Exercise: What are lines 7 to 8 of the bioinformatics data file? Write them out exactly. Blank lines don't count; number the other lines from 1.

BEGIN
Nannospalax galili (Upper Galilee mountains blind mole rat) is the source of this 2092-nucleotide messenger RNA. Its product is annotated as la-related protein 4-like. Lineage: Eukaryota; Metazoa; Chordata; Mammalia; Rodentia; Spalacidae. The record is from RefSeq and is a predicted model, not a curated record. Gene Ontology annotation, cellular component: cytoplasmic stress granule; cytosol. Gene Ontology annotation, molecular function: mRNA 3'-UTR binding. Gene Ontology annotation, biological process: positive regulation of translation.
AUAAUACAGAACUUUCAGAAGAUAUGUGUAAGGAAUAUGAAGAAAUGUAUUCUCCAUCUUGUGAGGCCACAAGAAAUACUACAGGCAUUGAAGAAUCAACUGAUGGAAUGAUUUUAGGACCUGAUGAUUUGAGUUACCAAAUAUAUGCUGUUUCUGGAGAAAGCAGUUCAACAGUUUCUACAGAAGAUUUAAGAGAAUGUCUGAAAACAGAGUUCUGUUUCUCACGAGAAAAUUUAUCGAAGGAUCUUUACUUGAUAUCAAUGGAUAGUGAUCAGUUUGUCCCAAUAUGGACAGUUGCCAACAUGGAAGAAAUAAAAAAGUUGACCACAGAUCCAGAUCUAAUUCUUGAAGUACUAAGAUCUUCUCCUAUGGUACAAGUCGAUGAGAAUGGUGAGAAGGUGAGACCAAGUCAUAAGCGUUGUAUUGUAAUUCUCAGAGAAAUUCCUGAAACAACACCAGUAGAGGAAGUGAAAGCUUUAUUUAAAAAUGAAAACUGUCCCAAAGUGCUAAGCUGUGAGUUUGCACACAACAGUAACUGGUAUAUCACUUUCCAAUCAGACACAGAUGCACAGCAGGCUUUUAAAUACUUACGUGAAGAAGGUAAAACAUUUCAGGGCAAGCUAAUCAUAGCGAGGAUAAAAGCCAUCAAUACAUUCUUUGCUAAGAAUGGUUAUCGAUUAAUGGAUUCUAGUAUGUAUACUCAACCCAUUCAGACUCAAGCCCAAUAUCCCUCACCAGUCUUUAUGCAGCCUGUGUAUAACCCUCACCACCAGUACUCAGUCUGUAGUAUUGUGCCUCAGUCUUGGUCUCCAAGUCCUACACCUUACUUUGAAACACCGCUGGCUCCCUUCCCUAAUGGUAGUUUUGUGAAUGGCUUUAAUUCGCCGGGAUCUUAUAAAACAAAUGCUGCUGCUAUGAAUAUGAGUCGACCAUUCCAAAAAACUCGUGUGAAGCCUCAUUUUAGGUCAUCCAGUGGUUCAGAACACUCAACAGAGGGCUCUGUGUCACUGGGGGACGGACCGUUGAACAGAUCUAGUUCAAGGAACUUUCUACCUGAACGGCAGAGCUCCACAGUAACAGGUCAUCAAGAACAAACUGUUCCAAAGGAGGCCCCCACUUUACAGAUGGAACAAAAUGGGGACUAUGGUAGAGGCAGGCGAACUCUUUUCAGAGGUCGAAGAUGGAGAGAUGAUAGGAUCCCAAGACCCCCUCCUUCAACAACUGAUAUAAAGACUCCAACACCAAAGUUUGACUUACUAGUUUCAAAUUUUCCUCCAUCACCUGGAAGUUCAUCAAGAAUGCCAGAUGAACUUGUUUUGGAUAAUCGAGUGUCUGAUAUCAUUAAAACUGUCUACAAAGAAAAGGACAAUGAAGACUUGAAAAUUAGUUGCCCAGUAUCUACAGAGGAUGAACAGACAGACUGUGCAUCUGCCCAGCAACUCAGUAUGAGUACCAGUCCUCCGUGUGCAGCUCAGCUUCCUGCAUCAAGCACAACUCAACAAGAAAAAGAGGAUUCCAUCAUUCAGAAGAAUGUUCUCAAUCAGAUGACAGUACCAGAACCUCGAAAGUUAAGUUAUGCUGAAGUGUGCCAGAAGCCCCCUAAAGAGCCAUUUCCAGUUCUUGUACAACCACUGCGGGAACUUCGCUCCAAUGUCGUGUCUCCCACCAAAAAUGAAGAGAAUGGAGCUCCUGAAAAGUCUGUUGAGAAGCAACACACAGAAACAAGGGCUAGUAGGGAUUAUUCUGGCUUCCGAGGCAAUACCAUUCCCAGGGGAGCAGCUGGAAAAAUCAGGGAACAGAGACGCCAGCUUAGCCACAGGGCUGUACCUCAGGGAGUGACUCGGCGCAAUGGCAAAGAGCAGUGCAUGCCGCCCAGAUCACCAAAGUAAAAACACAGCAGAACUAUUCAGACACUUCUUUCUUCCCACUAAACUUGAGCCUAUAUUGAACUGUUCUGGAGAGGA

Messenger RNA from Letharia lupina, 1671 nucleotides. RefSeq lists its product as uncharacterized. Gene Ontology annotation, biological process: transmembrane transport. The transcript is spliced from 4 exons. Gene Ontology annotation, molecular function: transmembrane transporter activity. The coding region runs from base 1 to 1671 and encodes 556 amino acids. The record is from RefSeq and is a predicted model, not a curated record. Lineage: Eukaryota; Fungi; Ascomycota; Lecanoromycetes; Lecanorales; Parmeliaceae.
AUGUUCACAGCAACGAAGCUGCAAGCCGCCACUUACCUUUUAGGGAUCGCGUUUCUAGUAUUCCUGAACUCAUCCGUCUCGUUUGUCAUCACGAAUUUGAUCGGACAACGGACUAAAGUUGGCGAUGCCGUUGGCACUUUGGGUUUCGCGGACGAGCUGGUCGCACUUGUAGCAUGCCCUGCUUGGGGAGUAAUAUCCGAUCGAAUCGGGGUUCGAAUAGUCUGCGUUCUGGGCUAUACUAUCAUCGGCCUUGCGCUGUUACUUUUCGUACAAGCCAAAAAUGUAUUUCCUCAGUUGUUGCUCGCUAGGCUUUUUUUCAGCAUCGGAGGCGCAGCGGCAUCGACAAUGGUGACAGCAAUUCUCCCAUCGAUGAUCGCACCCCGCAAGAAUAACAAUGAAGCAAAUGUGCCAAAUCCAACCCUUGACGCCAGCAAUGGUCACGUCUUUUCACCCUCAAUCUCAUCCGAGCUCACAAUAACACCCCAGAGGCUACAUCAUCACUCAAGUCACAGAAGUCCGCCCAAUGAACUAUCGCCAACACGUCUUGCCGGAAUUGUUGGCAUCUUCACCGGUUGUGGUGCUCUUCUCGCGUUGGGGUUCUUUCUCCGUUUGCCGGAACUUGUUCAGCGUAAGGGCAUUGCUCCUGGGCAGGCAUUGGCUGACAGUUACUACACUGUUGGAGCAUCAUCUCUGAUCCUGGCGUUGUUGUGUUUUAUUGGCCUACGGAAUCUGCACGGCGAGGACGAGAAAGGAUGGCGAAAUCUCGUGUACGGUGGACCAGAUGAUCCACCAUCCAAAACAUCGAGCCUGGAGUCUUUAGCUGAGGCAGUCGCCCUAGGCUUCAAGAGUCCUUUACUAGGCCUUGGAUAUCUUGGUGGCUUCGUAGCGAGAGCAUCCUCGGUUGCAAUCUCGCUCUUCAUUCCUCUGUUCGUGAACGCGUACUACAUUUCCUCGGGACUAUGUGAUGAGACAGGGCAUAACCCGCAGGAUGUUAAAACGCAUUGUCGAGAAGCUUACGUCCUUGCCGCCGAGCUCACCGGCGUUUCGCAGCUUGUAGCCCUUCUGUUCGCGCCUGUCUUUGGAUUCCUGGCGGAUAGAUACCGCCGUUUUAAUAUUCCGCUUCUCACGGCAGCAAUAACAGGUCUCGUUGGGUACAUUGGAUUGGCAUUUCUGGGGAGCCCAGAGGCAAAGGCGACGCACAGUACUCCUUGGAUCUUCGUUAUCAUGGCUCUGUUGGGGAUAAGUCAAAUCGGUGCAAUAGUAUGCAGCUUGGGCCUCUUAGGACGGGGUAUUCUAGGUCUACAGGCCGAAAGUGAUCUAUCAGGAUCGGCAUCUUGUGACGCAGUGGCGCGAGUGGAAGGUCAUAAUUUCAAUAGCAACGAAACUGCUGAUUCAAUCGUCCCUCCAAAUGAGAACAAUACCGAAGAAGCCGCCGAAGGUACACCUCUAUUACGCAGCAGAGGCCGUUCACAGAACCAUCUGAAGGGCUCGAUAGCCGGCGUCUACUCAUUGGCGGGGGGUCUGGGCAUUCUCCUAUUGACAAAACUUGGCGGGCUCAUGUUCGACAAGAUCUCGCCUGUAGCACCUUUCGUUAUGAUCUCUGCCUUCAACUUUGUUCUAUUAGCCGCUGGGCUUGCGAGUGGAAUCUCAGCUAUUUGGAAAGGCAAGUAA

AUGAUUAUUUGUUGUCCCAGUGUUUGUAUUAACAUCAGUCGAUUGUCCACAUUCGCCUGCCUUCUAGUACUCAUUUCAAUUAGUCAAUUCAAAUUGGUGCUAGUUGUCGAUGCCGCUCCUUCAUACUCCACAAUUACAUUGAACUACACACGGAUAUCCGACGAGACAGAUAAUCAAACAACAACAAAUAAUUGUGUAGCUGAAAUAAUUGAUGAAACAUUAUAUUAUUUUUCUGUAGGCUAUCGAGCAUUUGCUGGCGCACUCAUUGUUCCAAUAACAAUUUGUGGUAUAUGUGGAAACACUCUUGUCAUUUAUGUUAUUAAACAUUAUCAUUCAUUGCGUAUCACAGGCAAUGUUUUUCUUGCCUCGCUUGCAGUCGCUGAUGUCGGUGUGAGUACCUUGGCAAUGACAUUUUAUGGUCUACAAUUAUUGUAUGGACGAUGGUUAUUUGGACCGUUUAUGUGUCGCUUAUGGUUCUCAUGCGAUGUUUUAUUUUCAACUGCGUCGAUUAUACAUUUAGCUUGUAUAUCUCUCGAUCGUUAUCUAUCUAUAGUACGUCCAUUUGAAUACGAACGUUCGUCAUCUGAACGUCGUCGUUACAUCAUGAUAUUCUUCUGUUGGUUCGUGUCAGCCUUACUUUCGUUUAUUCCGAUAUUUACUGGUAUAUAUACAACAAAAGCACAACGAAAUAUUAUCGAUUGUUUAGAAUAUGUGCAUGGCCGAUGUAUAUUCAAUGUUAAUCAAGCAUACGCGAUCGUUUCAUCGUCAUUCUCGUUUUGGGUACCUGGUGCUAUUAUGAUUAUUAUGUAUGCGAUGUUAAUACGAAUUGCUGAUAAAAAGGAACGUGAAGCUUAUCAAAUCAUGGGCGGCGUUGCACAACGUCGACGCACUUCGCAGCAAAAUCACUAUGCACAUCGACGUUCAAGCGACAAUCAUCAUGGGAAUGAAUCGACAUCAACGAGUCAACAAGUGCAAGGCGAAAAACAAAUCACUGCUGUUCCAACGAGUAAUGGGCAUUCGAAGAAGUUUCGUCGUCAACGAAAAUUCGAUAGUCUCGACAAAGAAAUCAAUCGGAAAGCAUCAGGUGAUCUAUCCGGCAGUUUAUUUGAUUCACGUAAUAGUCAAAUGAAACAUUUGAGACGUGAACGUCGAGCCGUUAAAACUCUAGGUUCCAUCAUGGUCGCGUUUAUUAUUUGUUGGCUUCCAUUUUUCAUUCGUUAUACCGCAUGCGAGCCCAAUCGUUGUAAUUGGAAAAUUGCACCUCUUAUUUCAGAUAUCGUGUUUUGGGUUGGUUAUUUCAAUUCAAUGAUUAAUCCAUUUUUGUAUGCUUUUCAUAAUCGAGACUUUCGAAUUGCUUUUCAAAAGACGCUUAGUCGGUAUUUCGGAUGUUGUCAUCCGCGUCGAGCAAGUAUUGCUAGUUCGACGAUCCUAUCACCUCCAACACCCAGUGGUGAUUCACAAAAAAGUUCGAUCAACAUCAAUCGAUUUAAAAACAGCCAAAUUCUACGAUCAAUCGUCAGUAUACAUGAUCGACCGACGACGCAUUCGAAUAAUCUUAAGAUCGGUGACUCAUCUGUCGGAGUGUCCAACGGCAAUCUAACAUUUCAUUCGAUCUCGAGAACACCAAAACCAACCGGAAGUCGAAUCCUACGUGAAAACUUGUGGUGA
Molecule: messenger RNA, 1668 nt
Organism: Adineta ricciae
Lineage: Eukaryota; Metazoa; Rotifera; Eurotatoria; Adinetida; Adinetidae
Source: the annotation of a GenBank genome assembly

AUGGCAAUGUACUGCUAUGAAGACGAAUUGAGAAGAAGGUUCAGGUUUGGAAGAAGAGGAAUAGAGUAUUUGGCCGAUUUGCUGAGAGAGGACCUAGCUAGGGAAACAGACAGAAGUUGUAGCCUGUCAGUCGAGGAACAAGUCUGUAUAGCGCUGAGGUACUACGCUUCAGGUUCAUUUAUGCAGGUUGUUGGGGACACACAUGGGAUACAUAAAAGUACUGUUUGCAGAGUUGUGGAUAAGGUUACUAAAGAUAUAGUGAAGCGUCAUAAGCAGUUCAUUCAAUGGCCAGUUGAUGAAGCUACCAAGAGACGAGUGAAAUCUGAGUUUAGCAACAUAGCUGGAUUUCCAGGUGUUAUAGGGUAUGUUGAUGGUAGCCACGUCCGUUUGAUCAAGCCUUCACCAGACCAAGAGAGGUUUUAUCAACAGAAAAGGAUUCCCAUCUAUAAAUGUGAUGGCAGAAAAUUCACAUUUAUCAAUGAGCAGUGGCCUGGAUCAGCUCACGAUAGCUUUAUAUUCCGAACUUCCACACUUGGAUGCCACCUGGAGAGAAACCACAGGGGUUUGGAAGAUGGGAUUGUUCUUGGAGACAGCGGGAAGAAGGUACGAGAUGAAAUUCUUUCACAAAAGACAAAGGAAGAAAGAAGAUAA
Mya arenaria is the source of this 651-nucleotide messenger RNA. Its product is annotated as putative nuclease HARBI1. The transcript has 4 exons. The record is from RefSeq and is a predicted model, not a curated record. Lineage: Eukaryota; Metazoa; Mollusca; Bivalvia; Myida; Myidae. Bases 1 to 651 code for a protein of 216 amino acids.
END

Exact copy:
Organism: Adineta ricciae
Lineage: Eukaryota; Metazoa; Rotifera; Eurotatoria; Adinetida; Adinetidae